Months later, I was at the same friend’s baby shower. The last gift she opened was from her mother – a vintage-looking box filled with all of her favorite baby toys and clothes. She started to cry as she pulled out items I, too, recognized from my childhood: the Gloworm, the Cabbage Patch Kid, the tiny shoes, the baby spoon, the blankie. I looked over to her mom, who was also holding back tears as she, undoubtedly, remembered cherished moments as her daughter was growing up, but also as she looked to the future of a happy daughter with a happy family, growing and mixing their new traditions with the old and creating something wonderful.
Later that night, I asked her how she knew she was ready to have a baby. She said, “Listen, Ashley. If you wait until you are one hundred percent ready, you’ll never do it. Take your time, but don’t wait for it to hit you over the head. It won’t. At some point, you’ll just realize that the risks are worth the reward, and you’ll be ready.”
I started to see how happy my friends were. I saw how people rallied around them, rather than judged them. I saw the look on their faces when they glanced over at their sleeping children. And I saw how beautiful their babies were.
I even held a few of them.
I started realizing that childbirth will not kill me, that people won’t look at me and scowl with judgment as my belly grows larger, that my Great American Novel may, very well, be inspired by a tiny human being of my creation. And who says I have to write it now, anyway?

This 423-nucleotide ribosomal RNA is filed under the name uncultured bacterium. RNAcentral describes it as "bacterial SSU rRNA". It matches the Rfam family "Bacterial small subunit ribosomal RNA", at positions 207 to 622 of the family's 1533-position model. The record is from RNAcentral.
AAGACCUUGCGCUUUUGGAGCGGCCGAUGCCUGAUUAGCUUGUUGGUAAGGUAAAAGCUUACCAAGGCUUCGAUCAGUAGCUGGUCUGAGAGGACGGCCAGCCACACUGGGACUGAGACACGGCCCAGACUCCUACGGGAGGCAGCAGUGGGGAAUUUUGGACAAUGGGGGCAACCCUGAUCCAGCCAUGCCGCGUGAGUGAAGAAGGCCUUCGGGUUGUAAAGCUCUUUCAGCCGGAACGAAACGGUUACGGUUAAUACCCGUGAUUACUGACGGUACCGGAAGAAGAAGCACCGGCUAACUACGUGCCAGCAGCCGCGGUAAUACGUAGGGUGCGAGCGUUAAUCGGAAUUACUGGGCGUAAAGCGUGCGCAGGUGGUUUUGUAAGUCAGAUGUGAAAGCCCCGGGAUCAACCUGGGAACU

This has been the greatest realization of my life: I can do it all, but I don’t have to do it all right now. I can write the book, get the degree, have a great marriage, travel the world, and have a baby. But it doesn’t all have to get done tomorrow, or even next year.
I will never have a happily ever after story about how I just knew my whole life that I wanted to be a mom. If my future daughter ever has the same crisis as I did and asks me when I knew I wanted her, I’ll have to be honest. The truth might be that I never knew for sure; only time will tell. But that doesn’t mean I won’t be a good mom. I’ll be a great one, in fact, because, if I do bring a new person into this world, I’ll be ready to give this whole mom thing everything I’ve got.
For now, I’m still writing, studying, and traveling. But it’s entirely possible that a baby will creep its way into those plans in the future.